Healy, John Edward (1872–1934), journalist and newspaper editor, was born 17 March 1872 in Drogheda, Co. Louth, the only son and eldest child of James Stanislaus Healy, a solicitor, and Kate Mary Healy (née Appleyard), daughter of John Edward Appleyard, Church of Ireland clergyman, also from Drogheda. Educated at the local grammar school, he entered TCD in 1892 with a sizarship in classics. Healy's initial academic preoccupations seem to have been religious: he considered clerical life and covered most of the requisite divinity course before discarding the idea. In 1895 he obtained a scholarship in classics, and the following year became first senior moderator in modern literature and junior moderator, with the bronze prize, in classics. His exceptional scholarly abilities were also reflected in his winning the vice-chancellor's prize for English literature three years in succession (1894–6) for both poetry and prose. In 1893, while still an undergraduate, he began teaching at Benson's school in Rathmines, Dublin, and the following year lectured part-time at Alexandra College, Dublin.
Having edited the TCD student magazine, after graduating he joined the staff of the Daily Express in Dublin in 1898. When the paper was purchased by Arthur Edward Guinness (qv), Healy was appointed editor. He relinquished this post shortly afterwards in favour of pursuing a legal career, but while reading for the bar continued his journalistic work, becoming Dublin correspondent for The Times (London) in 1899, an occasional leader writer for the Irish Times, and editor of the Church of Ireland Gazette. In 1906 he qualified as a barrister, but the following year abandoned the law and was appointed editor of the Irish Times, succeeding William Algernon Locker. He was to remain editor until 1934, presiding over the paper at a time of unprecedented change, involving civil, political, and military unrest.
Politically Healy was a staunch unionist in the all-Ireland tradition; having a strong sense of Irish imperial (as opposed to Ulster) identity, he was deeply committed politically and economically to the idea of a unified Ireland attached to the British empire. The rise of militant nationalism threatened the survival of his political philosophy and he unreservedly supported John Redmond (qv) when the Irish Volunteers split over support for the allies’ war effort: he was among the first group of journalists to visit the western front. After the 1916 rising he called for an immediate suppression of the Sinn Féin movement. He believed that unless Ireland were united no form of self-government would be feasible and he became a strong proponent of the doomed Unionist Anti-Partition League. He was friendly with Horace Plunkett (qv), supporting the cooperative movement, and frequently took advice from Sir J. P. Mahaffy (qv), who had been his tutor at TCD.
During the war of independence and civil war (1919–23) Healy consistently refused an armed guard, though his life may have been in danger as he walked to and fro between the Irish Times offices and his home in Pembroke Road, Dublin. In addition, he resisted what must have been tempting offers of employment in England. Having accepted the reality of the Anglo-Irish Treaty and a new political order, he was especially helpful to the provisional government during the civil war, supported the Free State's position within the British commonwealth, and vehemently opposed the rise of Fianna Fáil. His editorial approach continued to represent the paper as the voice of the Irish protestant gentry, but he was a more sophisticated editor than his predecessor.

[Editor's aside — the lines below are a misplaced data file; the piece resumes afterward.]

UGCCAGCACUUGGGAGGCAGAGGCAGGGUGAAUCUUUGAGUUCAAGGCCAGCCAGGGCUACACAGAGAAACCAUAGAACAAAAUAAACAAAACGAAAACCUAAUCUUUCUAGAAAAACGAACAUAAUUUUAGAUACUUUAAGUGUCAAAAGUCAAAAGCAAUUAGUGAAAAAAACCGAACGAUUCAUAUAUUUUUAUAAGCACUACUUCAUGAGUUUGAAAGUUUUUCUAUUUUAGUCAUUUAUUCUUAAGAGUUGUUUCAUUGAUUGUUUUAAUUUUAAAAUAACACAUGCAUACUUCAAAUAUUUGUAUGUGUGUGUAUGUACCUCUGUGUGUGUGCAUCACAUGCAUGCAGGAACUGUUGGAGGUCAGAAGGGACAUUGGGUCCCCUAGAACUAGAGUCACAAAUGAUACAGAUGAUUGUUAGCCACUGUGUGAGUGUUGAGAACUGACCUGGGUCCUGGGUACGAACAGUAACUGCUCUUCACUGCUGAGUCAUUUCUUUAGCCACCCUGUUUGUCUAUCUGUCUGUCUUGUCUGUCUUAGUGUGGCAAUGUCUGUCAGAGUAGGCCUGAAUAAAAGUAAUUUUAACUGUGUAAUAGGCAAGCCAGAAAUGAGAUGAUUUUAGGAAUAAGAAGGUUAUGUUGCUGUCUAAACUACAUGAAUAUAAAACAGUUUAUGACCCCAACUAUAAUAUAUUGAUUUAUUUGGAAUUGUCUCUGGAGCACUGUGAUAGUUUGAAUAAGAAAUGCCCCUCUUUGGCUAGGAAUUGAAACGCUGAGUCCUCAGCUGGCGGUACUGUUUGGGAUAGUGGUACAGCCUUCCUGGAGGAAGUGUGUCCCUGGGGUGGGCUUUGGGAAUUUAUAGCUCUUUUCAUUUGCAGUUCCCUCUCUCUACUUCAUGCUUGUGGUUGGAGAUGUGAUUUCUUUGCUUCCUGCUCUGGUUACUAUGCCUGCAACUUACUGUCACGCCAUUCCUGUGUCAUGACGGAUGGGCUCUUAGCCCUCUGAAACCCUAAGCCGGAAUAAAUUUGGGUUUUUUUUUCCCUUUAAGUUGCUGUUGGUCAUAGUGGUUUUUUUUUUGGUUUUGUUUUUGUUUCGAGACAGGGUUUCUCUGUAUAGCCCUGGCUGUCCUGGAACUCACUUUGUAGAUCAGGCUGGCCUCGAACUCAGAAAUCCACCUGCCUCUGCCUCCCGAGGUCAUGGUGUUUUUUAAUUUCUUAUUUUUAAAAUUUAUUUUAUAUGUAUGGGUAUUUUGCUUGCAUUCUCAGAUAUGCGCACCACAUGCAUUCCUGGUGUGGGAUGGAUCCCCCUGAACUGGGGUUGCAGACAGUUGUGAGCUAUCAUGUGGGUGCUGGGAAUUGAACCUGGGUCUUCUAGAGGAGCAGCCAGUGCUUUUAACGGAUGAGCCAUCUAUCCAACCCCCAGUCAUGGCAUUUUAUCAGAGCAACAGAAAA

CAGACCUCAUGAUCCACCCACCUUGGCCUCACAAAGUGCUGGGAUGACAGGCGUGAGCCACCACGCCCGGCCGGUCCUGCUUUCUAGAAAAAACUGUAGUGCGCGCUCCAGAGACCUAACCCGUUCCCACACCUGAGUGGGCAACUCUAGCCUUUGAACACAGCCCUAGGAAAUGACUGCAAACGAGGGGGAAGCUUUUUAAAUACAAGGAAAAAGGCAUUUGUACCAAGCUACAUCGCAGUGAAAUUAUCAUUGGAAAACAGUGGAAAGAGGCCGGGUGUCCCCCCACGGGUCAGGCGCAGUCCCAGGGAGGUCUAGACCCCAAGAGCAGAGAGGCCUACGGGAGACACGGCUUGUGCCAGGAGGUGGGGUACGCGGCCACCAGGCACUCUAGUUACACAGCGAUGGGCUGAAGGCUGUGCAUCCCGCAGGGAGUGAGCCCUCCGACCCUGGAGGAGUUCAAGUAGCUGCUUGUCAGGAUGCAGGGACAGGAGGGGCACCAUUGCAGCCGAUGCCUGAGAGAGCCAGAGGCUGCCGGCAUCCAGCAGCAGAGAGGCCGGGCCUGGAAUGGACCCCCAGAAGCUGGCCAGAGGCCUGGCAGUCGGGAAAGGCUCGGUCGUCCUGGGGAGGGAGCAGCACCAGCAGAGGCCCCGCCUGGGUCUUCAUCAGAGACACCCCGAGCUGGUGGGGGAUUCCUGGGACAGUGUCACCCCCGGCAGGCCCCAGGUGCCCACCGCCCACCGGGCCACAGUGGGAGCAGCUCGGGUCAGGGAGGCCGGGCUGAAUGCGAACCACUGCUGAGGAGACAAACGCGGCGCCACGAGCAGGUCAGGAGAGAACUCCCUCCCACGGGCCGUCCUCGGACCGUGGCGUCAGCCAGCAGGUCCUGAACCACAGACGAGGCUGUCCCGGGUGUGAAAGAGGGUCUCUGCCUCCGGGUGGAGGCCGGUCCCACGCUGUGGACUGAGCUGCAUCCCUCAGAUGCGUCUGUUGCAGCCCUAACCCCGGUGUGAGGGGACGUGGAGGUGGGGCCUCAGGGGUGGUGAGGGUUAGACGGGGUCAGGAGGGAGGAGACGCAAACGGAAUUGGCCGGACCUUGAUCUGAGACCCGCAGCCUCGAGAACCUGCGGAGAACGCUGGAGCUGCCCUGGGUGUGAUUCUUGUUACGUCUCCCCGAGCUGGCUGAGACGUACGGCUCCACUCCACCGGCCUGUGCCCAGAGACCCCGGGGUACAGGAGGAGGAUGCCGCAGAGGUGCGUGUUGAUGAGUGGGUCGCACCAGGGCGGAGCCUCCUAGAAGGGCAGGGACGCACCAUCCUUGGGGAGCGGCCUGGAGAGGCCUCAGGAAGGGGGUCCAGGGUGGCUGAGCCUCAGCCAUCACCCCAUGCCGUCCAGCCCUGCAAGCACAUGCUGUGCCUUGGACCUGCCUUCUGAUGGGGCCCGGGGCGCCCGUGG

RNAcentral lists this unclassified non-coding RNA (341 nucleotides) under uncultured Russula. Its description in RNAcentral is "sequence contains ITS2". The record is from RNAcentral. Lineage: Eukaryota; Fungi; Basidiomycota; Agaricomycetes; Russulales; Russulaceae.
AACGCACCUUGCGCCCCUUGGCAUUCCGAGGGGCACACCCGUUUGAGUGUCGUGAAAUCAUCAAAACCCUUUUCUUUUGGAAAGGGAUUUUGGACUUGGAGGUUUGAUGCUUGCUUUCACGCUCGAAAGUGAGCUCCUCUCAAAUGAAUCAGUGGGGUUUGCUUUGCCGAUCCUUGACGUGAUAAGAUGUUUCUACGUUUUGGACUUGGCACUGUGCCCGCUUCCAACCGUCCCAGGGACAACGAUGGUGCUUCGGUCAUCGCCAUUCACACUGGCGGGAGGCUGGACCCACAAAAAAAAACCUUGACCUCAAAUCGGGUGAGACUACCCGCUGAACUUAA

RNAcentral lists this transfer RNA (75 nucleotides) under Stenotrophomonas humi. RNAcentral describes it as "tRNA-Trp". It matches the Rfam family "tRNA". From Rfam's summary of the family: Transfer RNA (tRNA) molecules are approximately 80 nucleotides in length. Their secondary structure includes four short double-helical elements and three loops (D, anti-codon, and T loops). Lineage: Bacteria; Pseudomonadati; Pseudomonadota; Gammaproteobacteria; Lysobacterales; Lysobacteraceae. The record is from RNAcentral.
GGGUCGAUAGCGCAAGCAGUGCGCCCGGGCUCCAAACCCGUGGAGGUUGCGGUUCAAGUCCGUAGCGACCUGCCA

Healy's journalistic style, which was marked by perfection of phrase and a penchant for classical allusion, was indebted to his classical education at TCD; the university conferred on him an honorary MA in 1923. Outside journalism, his main interests were literary, particularly the work of Horace and eighteenth-century Irish and English literature. These academic leanings decorated all his work, particularly his leading articles. He insisted that the paper's ‘leaders’ conform to rigid rules as to length and structure, and although some contemporaries regarded them as models of pure English others felt they revealed ‘a man of remarkable inflexibility of mind’ (Fleming, 160). As an editor, he insisted on unyielding standards of professional honour and despised vulgarity, though he was not averse to occasional sharp and acerbic exchanges. He seems to have remained aloof from the rest of the Irish Times staff and his austerity was said to strike terror into the more junior members.
Socially Healy was very close to Sir John Arnott (1853–1940), at whose instigation he had taken the post of editor of the Irish Times, but in the last years of his life he became an increasingly reclusive figure: ‘always alone, always with the neatly rolled umbrella, the neat bowler-hat, and the neat iron-grey moustache’ (Fleming, 129). He did, however, attend the Imperial Press Conference as an Irish representative in 1931. His death in Dublin on 30 May 1934 was a significant turning point for the Irish Times, inaugurating the era of R. M. Smyllie (qv), who recognised that Healy's editorial line had become increasingly bankrupt and was determined to bring the paper more into line with the political realities of the day.
In 1899 Healy had married Adeline Poë Alton of Limerick, a sister of Dr E. H. Alton (qv), classical scholar and future provost of TCD. They had two sons, both of whom became Royal Air Force flight lieutenants.